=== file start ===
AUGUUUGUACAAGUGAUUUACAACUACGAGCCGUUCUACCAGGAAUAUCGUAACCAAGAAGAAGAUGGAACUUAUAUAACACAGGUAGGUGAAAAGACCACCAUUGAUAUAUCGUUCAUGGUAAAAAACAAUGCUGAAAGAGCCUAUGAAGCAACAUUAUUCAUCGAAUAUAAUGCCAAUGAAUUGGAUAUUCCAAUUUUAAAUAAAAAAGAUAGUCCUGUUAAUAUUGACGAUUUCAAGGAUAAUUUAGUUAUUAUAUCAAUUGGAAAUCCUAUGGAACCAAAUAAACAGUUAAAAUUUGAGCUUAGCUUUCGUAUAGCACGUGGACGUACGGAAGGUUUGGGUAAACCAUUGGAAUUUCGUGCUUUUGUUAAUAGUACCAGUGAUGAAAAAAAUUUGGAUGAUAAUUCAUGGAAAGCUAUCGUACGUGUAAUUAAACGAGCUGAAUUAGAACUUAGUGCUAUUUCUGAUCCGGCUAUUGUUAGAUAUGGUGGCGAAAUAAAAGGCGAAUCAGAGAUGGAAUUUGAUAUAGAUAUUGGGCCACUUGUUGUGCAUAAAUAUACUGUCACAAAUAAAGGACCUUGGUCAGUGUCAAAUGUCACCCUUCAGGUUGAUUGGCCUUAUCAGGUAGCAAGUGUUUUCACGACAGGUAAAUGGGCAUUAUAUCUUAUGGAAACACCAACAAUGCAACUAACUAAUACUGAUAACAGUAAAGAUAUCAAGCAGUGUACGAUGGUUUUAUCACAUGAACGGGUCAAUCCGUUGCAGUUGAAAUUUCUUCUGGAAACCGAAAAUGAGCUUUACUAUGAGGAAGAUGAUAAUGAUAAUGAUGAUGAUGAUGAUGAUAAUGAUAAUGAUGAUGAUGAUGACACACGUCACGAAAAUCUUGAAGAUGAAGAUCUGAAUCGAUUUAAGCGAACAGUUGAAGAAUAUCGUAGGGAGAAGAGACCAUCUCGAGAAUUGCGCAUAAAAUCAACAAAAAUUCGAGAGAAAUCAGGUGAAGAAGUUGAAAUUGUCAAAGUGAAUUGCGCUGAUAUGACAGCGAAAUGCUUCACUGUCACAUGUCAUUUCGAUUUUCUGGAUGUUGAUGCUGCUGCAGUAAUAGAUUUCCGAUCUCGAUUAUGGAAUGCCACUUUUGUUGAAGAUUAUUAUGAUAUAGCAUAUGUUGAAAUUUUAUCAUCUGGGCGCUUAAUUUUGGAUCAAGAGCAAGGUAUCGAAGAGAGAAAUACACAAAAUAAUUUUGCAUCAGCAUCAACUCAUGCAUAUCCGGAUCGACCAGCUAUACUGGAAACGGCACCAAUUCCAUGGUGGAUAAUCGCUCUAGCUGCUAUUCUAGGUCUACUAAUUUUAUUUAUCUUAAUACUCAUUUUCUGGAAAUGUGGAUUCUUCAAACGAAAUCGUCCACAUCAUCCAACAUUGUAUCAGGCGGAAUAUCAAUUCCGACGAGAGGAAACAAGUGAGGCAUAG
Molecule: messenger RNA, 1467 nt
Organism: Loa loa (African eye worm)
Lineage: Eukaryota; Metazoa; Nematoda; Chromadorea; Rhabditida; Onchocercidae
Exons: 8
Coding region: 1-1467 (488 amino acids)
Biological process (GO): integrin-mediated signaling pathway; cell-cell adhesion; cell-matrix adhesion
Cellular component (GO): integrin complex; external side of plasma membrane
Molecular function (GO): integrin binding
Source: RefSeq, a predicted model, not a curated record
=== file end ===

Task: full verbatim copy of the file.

AUGUUUGUACAAGUGAUUUACAACUACGAGCCGUUCUACCAGGAAUAUCGUAACCAAGAAGAAGAUGGAACUUAUAUAACACAGGUAGGUGAAAAGACCACCAUUGAUAUAUCGUUCAUGGUAAAAAACAAUGCUGAAAGAGCCUAUGAAGCAACAUUAUUCAUCGAAUAUAAUGCCAAUGAAUUGGAUAUUCCAAUUUUAAAUAAAAAAGAUAGUCCUGUUAAUAUUGACGAUUUCAAGGAUAAUUUAGUUAUUAUAUCAAUUGGAAAUCCUAUGGAACCAAAUAAACAGUUAAAAUUUGAGCUUAGCUUUCGUAUAGCACGUGGACGUACGGAAGGUUUGGGUAAACCAUUGGAAUUUCGUGCUUUUGUUAAUAGUACCAGUGAUGAAAAAAAUUUGGAUGAUAAUUCAUGGAAAGCUAUCGUACGUGUAAUUAAACGAGCUGAAUUAGAACUUAGUGCUAUUUCUGAUCCGGCUAUUGUUAGAUAUGGUGGCGAAAUAAAAGGCGAAUCAGAGAUGGAAUUUGAUAUAGAUAUUGGGCCACUUGUUGUGCAUAAAUAUACUGUCACAAAUAAAGGACCUUGGUCAGUGUCAAAUGUCACCCUUCAGGUUGAUUGGCCUUAUCAGGUAGCAAGUGUUUUCACGACAGGUAAAUGGGCAUUAUAUCUUAUGGAAACACCAACAAUGCAACUAACUAAUACUGAUAACAGUAAAGAUAUCAAGCAGUGUACGAUGGUUUUAUCACAUGAACGGGUCAAUCCGUUGCAGUUGAAAUUUCUUCUGGAAACCGAAAAUGAGCUUUACUAUGAGGAAGAUGAUAAUGAUAAUGAUGAUGAUGAUGAUGAUAAUGAUAAUGAUGAUGAUGAUGACACACGUCACGAAAAUCUUGAAGAUGAAGAUCUGAAUCGAUUUAAGCGAACAGUUGAAGAAUAUCGUAGGGAGAAGAGACCAUCUCGAGAAUUGCGCAUAAAAUCAACAAAAAUUCGAGAGAAAUCAGGUGAAGAAGUUGAAAUUGUCAAAGUGAAUUGCGCUGAUAUGACAGCGAAAUGCUUCACUGUCACAUGUCAUUUCGAUUUUCUGGAUGUUGAUGCUGCUGCAGUAAUAGAUUUCCGAUCUCGAUUAUGGAAUGCCACUUUUGUUGAAGAUUAUUAUGAUAUAGCAUAUGUUGAAAUUUUAUCAUCUGGGCGCUUAAUUUUGGAUCAAGAGCAAGGUAUCGAAGAGAGAAAUACACAAAAUAAUUUUGCAUCAGCAUCAACUCAUGCAUAUCCGGAUCGACCAGCUAUACUGGAAACGGCACCAAUUCCAUGGUGGAUAAUCGCUCUAGCUGCUAUUCUAGGUCUACUAAUUUUAUUUAUCUUAAUACUCAUUUUCUGGAAAUGUGGAUUCUUCAAACGAAAUCGUCCACAUCAUCCAACAUUGUAUCAGGCGGAAUAUCAAUUCCGACGAGAGGAAACAAGUGAGGCAUAG
Molecule: messenger RNA, 1467 nt
Organism: Loa loa (African eye worm)
Lineage: Eukaryota; Metazoa; Nematoda; Chromadorea; Rhabditida; Onchocercidae
Exons: 8
Coding region: 1-1467 (488 amino acids)
Biological process (GO): integrin-mediated signaling pathway; cell-cell adhesion; cell-matrix adhesion
Cellular component (GO): integrin complex; external side of plasma membrane
Molecular function (GO): integrin binding
Source: RefSeq, a predicted model, not a curated record